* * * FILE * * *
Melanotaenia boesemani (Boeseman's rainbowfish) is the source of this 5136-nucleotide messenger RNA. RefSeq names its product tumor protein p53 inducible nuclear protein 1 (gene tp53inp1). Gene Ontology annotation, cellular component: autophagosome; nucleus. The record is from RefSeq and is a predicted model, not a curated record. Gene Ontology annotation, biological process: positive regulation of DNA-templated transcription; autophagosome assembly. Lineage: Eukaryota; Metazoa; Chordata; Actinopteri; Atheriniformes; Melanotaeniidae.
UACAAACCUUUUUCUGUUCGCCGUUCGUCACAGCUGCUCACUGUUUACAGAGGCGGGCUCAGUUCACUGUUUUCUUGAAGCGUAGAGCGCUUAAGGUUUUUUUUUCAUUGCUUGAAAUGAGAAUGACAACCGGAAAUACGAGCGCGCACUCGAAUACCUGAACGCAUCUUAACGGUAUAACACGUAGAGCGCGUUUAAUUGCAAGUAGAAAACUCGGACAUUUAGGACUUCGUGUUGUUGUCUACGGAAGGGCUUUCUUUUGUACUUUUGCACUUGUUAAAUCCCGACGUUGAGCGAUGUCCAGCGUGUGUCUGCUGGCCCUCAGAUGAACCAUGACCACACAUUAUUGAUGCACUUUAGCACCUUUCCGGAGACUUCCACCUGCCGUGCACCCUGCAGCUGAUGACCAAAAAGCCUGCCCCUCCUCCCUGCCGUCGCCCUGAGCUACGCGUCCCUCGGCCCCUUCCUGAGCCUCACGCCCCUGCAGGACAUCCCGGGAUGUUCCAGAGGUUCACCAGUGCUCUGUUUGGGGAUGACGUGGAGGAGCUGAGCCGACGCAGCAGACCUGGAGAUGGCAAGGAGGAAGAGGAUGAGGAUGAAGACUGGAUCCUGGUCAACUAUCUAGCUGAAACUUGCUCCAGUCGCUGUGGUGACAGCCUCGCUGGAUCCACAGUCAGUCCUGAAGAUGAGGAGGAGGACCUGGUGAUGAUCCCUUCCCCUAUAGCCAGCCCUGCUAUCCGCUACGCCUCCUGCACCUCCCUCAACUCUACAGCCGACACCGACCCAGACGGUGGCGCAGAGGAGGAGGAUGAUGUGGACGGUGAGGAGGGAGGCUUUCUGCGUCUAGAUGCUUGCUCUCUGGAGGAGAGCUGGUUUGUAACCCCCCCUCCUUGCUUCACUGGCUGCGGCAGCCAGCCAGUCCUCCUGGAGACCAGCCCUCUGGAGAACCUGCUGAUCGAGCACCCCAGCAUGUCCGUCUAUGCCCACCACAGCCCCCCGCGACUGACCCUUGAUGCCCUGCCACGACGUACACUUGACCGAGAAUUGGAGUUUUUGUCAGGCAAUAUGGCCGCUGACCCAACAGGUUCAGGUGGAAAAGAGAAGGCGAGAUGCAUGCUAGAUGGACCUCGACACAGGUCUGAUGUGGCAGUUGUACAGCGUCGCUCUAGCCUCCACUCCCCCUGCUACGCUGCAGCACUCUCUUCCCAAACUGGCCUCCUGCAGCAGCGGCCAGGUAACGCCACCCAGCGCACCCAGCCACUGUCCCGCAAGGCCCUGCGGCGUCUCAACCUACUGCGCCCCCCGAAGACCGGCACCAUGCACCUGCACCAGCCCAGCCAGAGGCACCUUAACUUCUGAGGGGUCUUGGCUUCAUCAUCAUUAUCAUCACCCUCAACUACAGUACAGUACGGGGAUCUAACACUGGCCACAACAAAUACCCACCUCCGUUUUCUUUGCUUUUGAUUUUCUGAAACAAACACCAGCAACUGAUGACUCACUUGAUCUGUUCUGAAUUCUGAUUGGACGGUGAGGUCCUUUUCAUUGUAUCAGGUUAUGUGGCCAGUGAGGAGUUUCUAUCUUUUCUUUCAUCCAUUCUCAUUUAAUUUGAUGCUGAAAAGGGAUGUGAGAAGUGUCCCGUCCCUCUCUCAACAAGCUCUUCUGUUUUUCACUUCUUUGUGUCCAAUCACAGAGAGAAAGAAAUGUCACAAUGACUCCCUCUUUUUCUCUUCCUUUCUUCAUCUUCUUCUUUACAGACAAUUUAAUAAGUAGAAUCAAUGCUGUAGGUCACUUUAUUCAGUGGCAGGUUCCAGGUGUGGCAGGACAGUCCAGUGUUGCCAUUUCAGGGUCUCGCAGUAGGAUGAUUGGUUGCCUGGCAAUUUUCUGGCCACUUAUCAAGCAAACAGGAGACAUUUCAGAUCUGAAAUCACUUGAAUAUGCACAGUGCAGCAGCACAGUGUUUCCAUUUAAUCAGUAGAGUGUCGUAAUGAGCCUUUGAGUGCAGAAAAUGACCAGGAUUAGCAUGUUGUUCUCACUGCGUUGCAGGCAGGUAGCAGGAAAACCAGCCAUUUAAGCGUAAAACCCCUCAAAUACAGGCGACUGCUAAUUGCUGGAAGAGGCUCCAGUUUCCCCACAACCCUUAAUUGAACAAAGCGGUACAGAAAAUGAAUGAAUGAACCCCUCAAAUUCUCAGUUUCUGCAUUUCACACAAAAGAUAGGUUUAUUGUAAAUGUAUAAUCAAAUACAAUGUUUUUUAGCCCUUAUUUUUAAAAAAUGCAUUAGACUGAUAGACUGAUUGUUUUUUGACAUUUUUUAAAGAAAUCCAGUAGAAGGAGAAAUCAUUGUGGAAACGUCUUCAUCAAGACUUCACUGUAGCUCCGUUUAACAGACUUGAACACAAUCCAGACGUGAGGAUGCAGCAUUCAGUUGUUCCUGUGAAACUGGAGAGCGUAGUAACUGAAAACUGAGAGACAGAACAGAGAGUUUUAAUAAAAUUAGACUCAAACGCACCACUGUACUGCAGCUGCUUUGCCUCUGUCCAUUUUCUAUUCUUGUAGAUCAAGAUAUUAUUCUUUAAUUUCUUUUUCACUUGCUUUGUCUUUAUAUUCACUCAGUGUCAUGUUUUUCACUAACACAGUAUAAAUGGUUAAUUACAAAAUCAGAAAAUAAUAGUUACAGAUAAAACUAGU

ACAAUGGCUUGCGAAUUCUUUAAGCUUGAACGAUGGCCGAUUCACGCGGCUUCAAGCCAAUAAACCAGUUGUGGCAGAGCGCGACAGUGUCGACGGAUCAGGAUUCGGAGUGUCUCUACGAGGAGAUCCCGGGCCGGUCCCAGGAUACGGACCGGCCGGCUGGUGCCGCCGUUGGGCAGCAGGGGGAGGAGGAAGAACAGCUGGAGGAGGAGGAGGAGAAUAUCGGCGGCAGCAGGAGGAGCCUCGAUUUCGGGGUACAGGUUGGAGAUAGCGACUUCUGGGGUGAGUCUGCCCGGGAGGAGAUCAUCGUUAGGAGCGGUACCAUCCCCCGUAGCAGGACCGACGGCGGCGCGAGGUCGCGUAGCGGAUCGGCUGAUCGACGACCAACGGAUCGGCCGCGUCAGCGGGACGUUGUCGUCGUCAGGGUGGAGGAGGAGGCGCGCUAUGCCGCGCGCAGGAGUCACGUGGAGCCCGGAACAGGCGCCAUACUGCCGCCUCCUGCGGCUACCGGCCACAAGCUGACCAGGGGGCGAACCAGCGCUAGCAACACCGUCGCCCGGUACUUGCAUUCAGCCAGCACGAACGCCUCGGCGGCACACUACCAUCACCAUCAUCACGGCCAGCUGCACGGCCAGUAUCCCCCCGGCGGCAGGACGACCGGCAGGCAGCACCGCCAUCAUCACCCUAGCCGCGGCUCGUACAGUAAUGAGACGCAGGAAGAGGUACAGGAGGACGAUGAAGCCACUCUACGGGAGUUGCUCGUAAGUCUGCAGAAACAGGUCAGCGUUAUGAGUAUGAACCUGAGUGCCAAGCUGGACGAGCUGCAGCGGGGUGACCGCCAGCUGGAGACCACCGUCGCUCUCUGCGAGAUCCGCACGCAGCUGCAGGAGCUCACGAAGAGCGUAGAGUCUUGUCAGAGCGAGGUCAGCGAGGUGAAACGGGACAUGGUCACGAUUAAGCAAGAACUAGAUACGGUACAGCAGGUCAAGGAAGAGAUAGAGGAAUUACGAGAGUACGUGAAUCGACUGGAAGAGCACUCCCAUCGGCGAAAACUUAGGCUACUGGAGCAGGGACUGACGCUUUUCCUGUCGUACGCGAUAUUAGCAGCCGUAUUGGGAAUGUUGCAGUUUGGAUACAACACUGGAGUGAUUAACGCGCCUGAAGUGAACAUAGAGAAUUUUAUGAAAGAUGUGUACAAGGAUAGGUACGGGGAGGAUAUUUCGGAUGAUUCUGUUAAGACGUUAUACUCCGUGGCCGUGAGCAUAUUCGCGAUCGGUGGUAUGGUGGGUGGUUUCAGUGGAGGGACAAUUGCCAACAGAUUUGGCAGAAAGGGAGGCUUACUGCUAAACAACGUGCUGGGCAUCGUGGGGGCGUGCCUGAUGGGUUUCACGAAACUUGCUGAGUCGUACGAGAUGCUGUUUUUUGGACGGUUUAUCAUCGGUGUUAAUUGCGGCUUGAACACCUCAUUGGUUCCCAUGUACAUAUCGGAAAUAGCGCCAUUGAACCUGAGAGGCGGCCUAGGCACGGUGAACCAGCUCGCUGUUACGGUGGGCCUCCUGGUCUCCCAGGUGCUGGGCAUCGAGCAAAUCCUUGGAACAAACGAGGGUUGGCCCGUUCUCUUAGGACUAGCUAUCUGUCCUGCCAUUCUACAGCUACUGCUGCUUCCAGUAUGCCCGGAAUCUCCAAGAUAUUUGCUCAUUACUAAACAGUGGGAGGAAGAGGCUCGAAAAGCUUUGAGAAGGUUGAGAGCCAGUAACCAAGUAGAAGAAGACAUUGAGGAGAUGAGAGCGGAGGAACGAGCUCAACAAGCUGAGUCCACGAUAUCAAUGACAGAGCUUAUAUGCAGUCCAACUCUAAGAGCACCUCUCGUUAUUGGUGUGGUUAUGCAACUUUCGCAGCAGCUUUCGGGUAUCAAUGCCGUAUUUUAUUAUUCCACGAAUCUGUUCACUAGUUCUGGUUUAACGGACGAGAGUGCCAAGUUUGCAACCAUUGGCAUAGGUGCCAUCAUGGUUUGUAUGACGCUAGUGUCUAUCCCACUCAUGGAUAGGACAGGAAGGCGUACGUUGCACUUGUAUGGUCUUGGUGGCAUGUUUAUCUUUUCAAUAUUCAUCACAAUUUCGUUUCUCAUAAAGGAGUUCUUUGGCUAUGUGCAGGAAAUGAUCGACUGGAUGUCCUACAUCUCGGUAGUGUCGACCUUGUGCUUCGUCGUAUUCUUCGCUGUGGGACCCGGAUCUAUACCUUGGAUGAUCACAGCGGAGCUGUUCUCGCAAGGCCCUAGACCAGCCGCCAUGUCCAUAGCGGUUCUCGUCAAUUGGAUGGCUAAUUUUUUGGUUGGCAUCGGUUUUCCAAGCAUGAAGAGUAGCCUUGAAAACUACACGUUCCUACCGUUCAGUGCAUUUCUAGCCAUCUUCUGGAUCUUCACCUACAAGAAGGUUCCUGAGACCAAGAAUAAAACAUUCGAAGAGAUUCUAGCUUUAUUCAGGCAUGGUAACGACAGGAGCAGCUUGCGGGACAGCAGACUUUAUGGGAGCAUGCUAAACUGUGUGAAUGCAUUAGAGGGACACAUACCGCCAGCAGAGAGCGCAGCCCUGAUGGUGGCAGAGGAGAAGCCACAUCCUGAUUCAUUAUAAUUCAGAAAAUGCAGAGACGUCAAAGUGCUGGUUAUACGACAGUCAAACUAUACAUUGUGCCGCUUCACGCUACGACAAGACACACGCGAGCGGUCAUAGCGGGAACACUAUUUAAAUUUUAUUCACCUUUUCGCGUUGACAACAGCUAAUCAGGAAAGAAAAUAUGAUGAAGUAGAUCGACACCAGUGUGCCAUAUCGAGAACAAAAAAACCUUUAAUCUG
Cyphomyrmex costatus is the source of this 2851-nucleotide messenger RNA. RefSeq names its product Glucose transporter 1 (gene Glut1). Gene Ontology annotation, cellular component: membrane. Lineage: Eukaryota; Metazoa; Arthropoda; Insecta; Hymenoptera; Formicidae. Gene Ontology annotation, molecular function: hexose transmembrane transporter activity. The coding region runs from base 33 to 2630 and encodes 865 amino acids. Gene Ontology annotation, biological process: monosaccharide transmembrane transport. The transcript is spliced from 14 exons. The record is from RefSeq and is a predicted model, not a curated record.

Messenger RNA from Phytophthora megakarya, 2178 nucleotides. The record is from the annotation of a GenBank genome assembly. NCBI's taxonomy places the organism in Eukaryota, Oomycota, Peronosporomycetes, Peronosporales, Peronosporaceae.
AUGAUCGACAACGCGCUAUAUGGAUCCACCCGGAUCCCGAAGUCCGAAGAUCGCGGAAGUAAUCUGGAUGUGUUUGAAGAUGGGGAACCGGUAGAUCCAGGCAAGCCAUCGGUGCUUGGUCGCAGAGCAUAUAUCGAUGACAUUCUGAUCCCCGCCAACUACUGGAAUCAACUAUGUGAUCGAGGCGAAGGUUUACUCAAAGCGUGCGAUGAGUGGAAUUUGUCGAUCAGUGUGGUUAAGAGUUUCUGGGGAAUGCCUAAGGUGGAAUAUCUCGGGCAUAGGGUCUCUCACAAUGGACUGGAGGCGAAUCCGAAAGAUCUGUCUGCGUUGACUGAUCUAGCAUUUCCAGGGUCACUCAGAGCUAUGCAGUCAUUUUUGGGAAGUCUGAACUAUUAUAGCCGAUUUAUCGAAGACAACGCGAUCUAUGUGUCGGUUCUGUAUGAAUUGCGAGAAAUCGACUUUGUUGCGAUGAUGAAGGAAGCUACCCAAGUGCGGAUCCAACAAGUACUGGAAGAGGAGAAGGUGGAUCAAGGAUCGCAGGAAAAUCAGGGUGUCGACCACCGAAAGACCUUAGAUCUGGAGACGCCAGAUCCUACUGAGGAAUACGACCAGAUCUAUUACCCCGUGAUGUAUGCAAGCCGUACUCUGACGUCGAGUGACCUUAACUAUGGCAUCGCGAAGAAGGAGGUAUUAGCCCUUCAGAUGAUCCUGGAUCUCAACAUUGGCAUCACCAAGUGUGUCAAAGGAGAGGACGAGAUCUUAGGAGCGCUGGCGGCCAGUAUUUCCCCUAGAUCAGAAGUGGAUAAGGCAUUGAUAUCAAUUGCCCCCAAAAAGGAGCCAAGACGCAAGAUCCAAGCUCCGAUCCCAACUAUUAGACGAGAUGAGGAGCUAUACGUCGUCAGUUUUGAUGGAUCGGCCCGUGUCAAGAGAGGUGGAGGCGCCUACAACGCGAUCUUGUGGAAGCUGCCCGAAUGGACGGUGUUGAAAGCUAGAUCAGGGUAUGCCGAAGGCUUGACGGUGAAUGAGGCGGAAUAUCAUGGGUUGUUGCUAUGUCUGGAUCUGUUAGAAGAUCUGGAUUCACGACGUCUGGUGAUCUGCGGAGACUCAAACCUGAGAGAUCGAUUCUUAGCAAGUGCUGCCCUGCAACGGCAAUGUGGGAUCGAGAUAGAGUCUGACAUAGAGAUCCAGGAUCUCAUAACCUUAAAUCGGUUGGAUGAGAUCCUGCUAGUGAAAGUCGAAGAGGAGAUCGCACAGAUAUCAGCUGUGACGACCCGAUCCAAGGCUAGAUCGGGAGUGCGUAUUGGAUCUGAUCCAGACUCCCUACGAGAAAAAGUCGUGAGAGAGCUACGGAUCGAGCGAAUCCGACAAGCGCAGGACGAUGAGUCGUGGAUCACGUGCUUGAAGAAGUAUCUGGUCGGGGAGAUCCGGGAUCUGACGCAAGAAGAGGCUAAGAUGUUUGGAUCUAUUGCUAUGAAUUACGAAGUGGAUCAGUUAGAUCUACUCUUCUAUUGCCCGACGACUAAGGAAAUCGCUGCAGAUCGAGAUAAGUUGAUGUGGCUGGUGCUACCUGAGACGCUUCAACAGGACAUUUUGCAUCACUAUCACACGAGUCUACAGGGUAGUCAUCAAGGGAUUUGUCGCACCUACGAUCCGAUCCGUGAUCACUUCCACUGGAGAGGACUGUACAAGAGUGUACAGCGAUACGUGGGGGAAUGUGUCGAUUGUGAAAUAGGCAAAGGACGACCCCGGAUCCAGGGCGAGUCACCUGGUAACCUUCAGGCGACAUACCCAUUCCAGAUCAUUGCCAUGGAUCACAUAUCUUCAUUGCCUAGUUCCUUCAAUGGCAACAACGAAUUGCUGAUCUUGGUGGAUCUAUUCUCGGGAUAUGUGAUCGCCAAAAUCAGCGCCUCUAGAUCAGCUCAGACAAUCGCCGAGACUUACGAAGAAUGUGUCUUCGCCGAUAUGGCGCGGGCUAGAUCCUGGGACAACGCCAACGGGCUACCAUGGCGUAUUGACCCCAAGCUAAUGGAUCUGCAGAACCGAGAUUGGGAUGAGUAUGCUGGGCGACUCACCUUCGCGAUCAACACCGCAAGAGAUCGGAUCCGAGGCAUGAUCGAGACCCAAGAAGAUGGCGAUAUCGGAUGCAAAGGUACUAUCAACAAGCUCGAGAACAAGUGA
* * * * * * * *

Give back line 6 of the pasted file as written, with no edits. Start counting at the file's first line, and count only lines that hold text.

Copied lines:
AUGAUCGACAACGCGCUAUAUGGAUCCACCCGGAUCCCGAAGUCCGAAGAUCGCGGAAGUAAUCUGGAUGUGUUUGAAGAUGGGGAACCGGUAGAUCCAGGCAAGCCAUCGGUGCUUGGUCGCAGAGCAUAUAUCGAUGACAUUCUGAUCCCCGCCAACUACUGGAAUCAACUAUGUGAUCGAGGCGAAGGUUUACUCAAAGCGUGCGAUGAGUGGAAUUUGUCGAUCAGUGUGGUUAAGAGUUUCUGGGGAAUGCCUAAGGUGGAAUAUCUCGGGCAUAGGGUCUCUCACAAUGGACUGGAGGCGAAUCCGAAAGAUCUGUCUGCGUUGACUGAUCUAGCAUUUCCAGGGUCACUCAGAGCUAUGCAGUCAUUUUUGGGAAGUCUGAACUAUUAUAGCCGAUUUAUCGAAGACAACGCGAUCUAUGUGUCGGUUCUGUAUGAAUUGCGAGAAAUCGACUUUGUUGCGAUGAUGAAGGAAGCUACCCAAGUGCGGAUCCAACAAGUACUGGAAGAGGAGAAGGUGGAUCAAGGAUCGCAGGAAAAUCAGGGUGUCGACCACCGAAAGACCUUAGAUCUGGAGACGCCAGAUCCUACUGAGGAAUACGACCAGAUCUAUUACCCCGUGAUGUAUGCAAGCCGUACUCUGACGUCGAGUGACCUUAACUAUGGCAUCGCGAAGAAGGAGGUAUUAGCCCUUCAGAUGAUCCUGGAUCUCAACAUUGGCAUCACCAAGUGUGUCAAAGGAGAGGACGAGAUCUUAGGAGCGCUGGCGGCCAGUAUUUCCCCUAGAUCAGAAGUGGAUAAGGCAUUGAUAUCAAUUGCCCCCAAAAAGGAGCCAAGACGCAAGAUCCAAGCUCCGAUCCCAACUAUUAGACGAGAUGAGGAGCUAUACGUCGUCAGUUUUGAUGGAUCGGCCCGUGUCAAGAGAGGUGGAGGCGCCUACAACGCGAUCUUGUGGAAGCUGCCCGAAUGGACGGUGUUGAAAGCUAGAUCAGGGUAUGCCGAAGGCUUGACGGUGAAUGAGGCGGAAUAUCAUGGGUUGUUGCUAUGUCUGGAUCUGUUAGAAGAUCUGGAUUCACGACGUCUGGUGAUCUGCGGAGACUCAAACCUGAGAGAUCGAUUCUUAGCAAGUGCUGCCCUGCAACGGCAAUGUGGGAUCGAGAUAGAGUCUGACAUAGAGAUCCAGGAUCUCAUAACCUUAAAUCGGUUGGAUGAGAUCCUGCUAGUGAAAGUCGAAGAGGAGAUCGCACAGAUAUCAGCUGUGACGACCCGAUCCAAGGCUAGAUCGGGAGUGCGUAUUGGAUCUGAUCCAGACUCCCUACGAGAAAAAGUCGUGAGAGAGCUACGGAUCGAGCGAAUCCGACAAGCGCAGGACGAUGAGUCGUGGAUCACGUGCUUGAAGAAGUAUCUGGUCGGGGAGAUCCGGGAUCUGACGCAAGAAGAGGCUAAGAUGUUUGGAUCUAUUGCUAUGAAUUACGAAGUGGAUCAGUUAGAUCUACUCUUCUAUUGCCCGACGACUAAGGAAAUCGCUGCAGAUCGAGAUAAGUUGAUGUGGCUGGUGCUACCUGAGACGCUUCAACAGGACAUUUUGCAUCACUAUCACACGAGUCUACAGGGUAGUCAUCAAGGGAUUUGUCGCACCUACGAUCCGAUCCGUGAUCACUUCCACUGGAGAGGACUGUACAAGAGUGUACAGCGAUACGUGGGGGAAUGUGUCGAUUGUGAAAUAGGCAAAGGACGACCCCGGAUCCAGGGCGAGUCACCUGGUAACCUUCAGGCGACAUACCCAUUCCAGAUCAUUGCCAUGGAUCACAUAUCUUCAUUGCCUAGUUCCUUCAAUGGCAACAACGAAUUGCUGAUCUUGGUGGAUCUAUUCUCGGGAUAUGUGAUCGCCAAAAUCAGCGCCUCUAGAUCAGCUCAGACAAUCGCCGAGACUUACGAAGAAUGUGUCUUCGCCGAUAUGGCGCGGGCUAGAUCCUGGGACAACGCCAACGGGCUACCAUGGCGUAUUGACCCCAAGCUAAUGGAUCUGCAGAACCGAGAUUGGGAUGAGUAUGCUGGGCGACUCACCUUCGCGAUCAACACCGCAAGAGAUCGGAUCCGAGGCAUGAUCGAGACCCAAGAAGAUGGCGAUAUCGGAUGCAAAGGUACUAUCAACAAGCUCGAGAACAAGUGA